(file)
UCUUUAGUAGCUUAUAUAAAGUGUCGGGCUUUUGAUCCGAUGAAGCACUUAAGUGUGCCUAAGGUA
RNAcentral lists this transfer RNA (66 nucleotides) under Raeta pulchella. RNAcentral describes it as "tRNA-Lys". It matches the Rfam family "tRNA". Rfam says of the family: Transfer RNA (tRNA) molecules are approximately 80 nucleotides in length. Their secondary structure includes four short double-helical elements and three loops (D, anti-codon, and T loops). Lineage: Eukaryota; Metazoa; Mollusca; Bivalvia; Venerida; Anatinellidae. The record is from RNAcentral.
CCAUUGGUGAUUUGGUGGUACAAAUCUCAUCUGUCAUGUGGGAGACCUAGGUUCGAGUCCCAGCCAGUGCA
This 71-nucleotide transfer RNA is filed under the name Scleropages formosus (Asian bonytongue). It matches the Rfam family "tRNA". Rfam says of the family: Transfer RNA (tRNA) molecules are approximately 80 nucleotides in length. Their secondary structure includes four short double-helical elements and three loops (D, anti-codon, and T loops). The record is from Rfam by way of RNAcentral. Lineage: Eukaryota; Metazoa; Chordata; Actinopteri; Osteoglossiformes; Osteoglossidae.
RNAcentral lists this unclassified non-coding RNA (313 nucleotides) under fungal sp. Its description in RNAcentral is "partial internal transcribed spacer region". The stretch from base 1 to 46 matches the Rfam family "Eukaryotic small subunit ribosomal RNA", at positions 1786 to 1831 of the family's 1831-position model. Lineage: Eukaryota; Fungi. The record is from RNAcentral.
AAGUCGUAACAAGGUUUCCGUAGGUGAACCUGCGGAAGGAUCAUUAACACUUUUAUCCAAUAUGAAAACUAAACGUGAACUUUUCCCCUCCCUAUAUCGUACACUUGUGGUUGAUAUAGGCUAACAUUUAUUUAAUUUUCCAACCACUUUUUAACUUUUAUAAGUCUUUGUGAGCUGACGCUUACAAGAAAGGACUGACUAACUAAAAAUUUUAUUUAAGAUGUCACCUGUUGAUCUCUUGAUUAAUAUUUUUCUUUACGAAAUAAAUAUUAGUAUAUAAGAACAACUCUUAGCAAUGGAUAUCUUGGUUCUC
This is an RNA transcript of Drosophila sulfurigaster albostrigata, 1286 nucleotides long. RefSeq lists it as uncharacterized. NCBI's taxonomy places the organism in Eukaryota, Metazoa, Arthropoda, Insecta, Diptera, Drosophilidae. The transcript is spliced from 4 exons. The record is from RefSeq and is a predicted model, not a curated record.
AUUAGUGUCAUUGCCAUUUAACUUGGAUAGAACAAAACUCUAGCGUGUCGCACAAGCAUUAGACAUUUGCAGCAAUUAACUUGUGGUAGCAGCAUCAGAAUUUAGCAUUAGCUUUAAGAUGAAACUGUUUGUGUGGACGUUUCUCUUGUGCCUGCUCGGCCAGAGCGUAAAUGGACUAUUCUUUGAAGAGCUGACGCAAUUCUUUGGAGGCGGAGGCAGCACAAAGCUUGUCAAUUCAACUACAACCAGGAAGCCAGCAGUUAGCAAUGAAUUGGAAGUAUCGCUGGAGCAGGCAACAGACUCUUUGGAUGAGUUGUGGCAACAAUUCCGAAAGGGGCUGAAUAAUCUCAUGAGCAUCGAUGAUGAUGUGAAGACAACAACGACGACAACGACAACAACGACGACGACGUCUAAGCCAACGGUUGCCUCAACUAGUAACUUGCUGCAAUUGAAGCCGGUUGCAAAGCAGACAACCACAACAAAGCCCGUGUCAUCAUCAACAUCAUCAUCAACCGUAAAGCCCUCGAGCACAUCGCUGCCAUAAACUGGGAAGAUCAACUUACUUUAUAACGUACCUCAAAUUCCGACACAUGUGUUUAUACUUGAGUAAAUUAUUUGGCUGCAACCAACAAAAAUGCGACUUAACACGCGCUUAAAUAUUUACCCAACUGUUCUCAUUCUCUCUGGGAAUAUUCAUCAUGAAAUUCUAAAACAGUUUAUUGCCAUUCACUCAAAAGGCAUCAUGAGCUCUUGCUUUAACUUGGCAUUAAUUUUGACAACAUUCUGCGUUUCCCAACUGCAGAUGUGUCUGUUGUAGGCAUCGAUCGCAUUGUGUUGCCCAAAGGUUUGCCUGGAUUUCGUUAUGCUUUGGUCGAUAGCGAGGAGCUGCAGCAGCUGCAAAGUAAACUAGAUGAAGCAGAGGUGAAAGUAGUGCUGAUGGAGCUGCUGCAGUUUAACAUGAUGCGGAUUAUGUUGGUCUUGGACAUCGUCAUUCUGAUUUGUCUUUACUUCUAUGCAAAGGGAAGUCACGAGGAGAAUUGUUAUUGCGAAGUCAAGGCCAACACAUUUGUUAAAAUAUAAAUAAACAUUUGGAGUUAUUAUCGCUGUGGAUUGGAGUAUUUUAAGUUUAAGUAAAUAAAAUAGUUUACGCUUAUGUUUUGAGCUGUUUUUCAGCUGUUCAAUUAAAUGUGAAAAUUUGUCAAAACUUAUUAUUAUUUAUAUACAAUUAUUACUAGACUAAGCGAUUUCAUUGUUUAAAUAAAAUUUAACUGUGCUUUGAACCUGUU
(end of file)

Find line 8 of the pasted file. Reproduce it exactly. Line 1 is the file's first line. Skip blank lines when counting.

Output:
AUUAGUGUCAUUGCCAUUUAACUUGGAUAGAACAAAACUCUAGCGUGUCGCACAAGCAUUAGACAUUUGCAGCAAUUAACUUGUGGUAGCAGCAUCAGAAUUUAGCAUUAGCUUUAAGAUGAAACUGUUUGUGUGGACGUUUCUCUUGUGCCUGCUCGGCCAGAGCGUAAAUGGACUAUUCUUUGAAGAGCUGACGCAAUUCUUUGGAGGCGGAGGCAGCACAAAGCUUGUCAAUUCAACUACAACCAGGAAGCCAGCAGUUAGCAAUGAAUUGGAAGUAUCGCUGGAGCAGGCAACAGACUCUUUGGAUGAGUUGUGGCAACAAUUCCGAAAGGGGCUGAAUAAUCUCAUGAGCAUCGAUGAUGAUGUGAAGACAACAACGACGACAACGACAACAACGACGACGACGUCUAAGCCAACGGUUGCCUCAACUAGUAACUUGCUGCAAUUGAAGCCGGUUGCAAAGCAGACAACCACAACAAAGCCCGUGUCAUCAUCAACAUCAUCAUCAACCGUAAAGCCCUCGAGCACAUCGCUGCCAUAAACUGGGAAGAUCAACUUACUUUAUAACGUACCUCAAAUUCCGACACAUGUGUUUAUACUUGAGUAAAUUAUUUGGCUGCAACCAACAAAAAUGCGACUUAACACGCGCUUAAAUAUUUACCCAACUGUUCUCAUUCUCUCUGGGAAUAUUCAUCAUGAAAUUCUAAAACAGUUUAUUGCCAUUCACUCAAAAGGCAUCAUGAGCUCUUGCUUUAACUUGGCAUUAAUUUUGACAACAUUCUGCGUUUCCCAACUGCAGAUGUGUCUGUUGUAGGCAUCGAUCGCAUUGUGUUGCCCAAAGGUUUGCCUGGAUUUCGUUAUGCUUUGGUCGAUAGCGAGGAGCUGCAGCAGCUGCAAAGUAAACUAGAUGAAGCAGAGGUGAAAGUAGUGCUGAUGGAGCUGCUGCAGUUUAACAUGAUGCGGAUUAUGUUGGUCUUGGACAUCGUCAUUCUGAUUUGUCUUUACUUCUAUGCAAAGGGAAGUCACGAGGAGAAUUGUUAUUGCGAAGUCAAGGCCAACACAUUUGUUAAAAUAUAAAUAAACAUUUGGAGUUAUUAUCGCUGUGGAUUGGAGUAUUUUAAGUUUAAGUAAAUAAAAUAGUUUACGCUUAUGUUUUGAGCUGUUUUUCAGCUGUUCAAUUAAAUGUGAAAAUUUGUCAAAACUUAUUAUUAUUUAUAUACAAUUAUUACUAGACUAAGCGAUUUCAUUGUUUAAAUAAAAUUUAACUGUGCUUUGAACCUGUU